Theme 8: Love and Courtship (xii)
< John Donne >
Poems (1633, d2)
Some that have deeper digg'd love's Myne than I,
Say, where his centrique happinesse doth lie;
I have lov'd, and got, and told,
But should I love, get, tell, till I were old,
I should not find that hidden mysterie;
Oh, 'tis imposture all:
And as no chymique yet th'Elixar got,
But glorifies his pregnant pot
If by the way to him befall
Some odoriferous thing, or medicinall,
So, lovers dreame a rich and long delight,
But get a winter-seeming summer's night.
Chymique : the alchemist never actually produces the elixir of life, but only some medicinal or smelling thing, which falls far short of his expectations. Winter-seeming summer’s night : a contradictory thing. We have every justification for expecting that it will be good, but in practice it turns out rather different.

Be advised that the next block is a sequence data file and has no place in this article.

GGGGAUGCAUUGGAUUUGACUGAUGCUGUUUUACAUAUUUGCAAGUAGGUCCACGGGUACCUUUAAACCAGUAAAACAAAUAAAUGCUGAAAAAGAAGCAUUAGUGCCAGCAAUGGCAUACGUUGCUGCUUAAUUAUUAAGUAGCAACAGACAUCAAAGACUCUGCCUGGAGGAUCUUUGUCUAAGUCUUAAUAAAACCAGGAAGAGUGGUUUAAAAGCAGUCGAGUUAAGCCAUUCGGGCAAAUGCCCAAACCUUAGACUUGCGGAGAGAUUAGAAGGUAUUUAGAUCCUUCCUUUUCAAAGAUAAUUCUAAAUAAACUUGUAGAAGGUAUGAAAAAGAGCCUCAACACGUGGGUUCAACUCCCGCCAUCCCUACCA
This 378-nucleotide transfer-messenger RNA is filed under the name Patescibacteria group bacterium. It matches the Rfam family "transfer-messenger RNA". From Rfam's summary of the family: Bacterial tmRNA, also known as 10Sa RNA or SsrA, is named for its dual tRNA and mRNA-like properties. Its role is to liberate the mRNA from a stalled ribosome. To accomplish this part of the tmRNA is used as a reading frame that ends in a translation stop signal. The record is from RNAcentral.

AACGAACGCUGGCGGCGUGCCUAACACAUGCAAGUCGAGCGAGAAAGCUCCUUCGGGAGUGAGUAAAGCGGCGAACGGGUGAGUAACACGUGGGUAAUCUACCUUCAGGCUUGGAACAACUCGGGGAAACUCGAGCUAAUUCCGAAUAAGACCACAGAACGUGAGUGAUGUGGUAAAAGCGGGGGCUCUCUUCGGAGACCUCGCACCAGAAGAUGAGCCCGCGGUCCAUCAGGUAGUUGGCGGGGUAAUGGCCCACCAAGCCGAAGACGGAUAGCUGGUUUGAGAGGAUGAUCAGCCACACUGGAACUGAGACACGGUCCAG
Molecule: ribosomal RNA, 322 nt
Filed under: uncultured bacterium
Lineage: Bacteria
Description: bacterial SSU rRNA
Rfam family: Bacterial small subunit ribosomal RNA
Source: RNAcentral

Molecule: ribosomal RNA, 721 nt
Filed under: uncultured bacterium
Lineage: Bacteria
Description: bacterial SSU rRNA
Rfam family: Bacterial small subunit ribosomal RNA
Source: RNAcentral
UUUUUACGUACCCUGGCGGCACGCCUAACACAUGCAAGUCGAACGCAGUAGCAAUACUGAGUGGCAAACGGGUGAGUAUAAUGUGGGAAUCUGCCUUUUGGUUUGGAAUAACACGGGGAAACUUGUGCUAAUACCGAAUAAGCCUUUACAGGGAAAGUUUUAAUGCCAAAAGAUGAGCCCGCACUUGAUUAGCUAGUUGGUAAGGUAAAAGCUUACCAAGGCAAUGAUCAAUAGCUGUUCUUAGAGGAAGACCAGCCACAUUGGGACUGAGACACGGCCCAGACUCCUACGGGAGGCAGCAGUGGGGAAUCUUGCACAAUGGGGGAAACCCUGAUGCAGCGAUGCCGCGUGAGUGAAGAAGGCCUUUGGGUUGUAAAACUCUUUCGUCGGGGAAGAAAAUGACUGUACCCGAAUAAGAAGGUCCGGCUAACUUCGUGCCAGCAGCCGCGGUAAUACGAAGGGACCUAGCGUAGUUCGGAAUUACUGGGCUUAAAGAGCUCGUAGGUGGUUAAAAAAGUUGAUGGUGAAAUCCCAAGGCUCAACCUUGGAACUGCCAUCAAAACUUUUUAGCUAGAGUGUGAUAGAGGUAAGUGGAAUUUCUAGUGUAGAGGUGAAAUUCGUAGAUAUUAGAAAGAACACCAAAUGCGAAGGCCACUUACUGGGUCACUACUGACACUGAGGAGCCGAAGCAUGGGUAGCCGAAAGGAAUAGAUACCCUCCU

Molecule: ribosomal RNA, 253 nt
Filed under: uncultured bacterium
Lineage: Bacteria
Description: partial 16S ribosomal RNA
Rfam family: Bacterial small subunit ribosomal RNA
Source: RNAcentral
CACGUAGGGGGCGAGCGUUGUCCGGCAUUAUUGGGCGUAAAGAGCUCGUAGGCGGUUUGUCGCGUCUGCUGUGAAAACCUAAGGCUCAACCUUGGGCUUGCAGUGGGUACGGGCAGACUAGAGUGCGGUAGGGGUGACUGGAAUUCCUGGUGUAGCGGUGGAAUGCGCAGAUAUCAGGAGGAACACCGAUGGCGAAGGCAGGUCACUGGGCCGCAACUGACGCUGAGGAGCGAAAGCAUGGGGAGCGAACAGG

Our ease, our thrift, our honour, and our day,
Shall we for this vaine Buble's shadow pay?
Ends love in this, that my man
Can be as happy'as I can; If he can
Endure the short scorne of a Bridegroome's play?
That loving wretch that sweares
'Tis not the body’s mary, but the mindes,
Which he in her Angelique finds,
Would sweare as justly that he heares,
In that daye's rude hoarse minstralsey, the spheares.
Hope not for minde in women; at their best
Sweetnesse and wit, they'are but Mummy possest.
Mary : more likely to be an archaic form for ‘marrow’ than the ‘marry’ often substituted. Spheares : the harmony of the spheres : the divine harmony of the universe in motion. Mummy : an embalmed body, a body without a mind.
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